I’ve had the chance to hear some great lines offered up by conservative academics. Here are a couple:
Paul Kerry (BYU) on the difference between Robert George and Cornel West:
“Last year, Robert George was invited to meet with Pope Benedict XVI. Cornel West was similarly honored to be invited to meet with Venezuelan dictator Hugo Chavez.”
Russ Moore (Southern Seminary) on better relations between evangelicals and Catholics:
“Very few evangelicals today would still say the Pope is the Anti-Christ. Bill Maher might, but evangelicals wouldn’t.”
Union has done a tremendous job of putting this conference together. They may be on track to become another conservative favorite like Hillsdale, the graduate school at Claremont, and the political theory program at LSU (represented here by the delightful James Stoner).
Later, I’ll have a report about the events of this evening. Richard John Neuhaus was slated to speak at the conference, but died recently, thus leaving a substantial hole in the conservative tapestry. It’s a hole, thankfully, that we have men like Robert George and Father Robert Sirico to help fill.
Tonight, Robert George, Harry Poe, and others will host an informal conversation with the assembled guests. I’m guessing we’ll have a great time hearing stories about the exploits of Father Neuhaus.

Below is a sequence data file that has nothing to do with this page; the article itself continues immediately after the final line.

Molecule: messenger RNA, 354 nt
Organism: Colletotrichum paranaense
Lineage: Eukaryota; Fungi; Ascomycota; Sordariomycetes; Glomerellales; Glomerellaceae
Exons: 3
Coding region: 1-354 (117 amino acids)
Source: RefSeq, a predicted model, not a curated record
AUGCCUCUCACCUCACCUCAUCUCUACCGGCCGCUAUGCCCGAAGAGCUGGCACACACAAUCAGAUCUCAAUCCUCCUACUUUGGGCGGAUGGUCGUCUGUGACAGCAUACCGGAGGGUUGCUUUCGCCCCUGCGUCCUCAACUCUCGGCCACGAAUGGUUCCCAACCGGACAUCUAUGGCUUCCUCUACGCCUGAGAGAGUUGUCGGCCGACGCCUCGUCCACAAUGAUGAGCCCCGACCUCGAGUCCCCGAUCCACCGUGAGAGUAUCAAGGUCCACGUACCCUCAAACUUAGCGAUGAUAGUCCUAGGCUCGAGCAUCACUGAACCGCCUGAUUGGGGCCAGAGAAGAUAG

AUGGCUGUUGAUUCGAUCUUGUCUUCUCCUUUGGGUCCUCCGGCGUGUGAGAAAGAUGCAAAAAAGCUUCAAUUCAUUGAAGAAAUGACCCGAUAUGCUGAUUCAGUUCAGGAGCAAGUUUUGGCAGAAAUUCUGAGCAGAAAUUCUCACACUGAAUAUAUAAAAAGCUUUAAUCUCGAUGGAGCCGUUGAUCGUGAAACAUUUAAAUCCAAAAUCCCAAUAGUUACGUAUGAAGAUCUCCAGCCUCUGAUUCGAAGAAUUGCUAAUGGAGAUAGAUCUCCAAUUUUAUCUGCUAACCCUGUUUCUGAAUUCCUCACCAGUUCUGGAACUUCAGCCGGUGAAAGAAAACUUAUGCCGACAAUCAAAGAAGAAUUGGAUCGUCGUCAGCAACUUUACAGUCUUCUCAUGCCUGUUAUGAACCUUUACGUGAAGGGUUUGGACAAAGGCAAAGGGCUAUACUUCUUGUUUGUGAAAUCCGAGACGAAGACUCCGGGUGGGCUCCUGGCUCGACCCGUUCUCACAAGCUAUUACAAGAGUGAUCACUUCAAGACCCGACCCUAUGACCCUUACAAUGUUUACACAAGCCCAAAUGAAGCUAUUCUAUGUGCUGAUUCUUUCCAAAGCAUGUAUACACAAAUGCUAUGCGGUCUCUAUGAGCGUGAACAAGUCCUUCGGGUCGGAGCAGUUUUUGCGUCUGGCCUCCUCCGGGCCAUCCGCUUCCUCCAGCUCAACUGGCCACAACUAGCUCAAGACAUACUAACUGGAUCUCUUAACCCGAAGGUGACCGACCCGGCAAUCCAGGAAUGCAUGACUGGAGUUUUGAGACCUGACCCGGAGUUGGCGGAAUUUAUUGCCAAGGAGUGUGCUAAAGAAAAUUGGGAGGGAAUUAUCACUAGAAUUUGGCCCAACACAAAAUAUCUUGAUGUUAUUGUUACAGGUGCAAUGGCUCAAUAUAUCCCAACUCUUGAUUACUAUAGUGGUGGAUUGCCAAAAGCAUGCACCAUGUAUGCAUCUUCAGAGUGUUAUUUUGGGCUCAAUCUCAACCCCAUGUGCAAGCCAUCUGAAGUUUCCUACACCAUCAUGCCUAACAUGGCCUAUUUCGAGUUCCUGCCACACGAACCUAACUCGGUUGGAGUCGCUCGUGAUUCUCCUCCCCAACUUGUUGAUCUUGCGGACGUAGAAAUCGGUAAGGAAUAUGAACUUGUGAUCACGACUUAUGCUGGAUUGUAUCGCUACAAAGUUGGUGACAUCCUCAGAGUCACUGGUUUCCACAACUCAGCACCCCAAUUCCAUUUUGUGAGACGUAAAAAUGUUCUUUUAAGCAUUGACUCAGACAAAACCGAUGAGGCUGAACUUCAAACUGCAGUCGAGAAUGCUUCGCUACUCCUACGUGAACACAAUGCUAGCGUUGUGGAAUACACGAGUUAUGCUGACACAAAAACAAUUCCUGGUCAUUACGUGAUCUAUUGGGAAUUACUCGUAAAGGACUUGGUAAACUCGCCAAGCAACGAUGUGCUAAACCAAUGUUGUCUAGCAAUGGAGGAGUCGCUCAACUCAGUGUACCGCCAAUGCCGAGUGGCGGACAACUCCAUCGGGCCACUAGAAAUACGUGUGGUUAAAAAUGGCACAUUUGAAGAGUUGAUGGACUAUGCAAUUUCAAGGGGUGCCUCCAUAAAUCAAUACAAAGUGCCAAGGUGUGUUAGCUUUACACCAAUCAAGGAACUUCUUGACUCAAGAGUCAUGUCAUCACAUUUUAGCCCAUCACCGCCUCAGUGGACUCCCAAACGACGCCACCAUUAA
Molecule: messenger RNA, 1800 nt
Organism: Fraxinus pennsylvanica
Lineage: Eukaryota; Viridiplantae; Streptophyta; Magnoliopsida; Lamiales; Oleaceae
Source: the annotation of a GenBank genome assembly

A man of faith in a godless age is hitting Americans where it hurts.
Mr. and Mrs. American Spectator Reader, let P.J. O’Rourke talk sense to your kids.
In Britain, defending your property can get you life.
The debacle of this president’s administration is both a cause and a symptom of the decline of American values. Unless Congress impeaches him, that decline will go on unchecked. An eminent jurist surveys the damage and assesses the chances for the recovery of our culture.
It won’t take long for conservatives to scratch this presidential wannabe off their 2008 scorecard.
The American Christmas, like the songs that celebrate it, makes room for everybody under the rainbow. Is that why so many people seem to be hostile to it?
Was the President done in by the economy, or by the politics of the economy?
H/T to National Review Online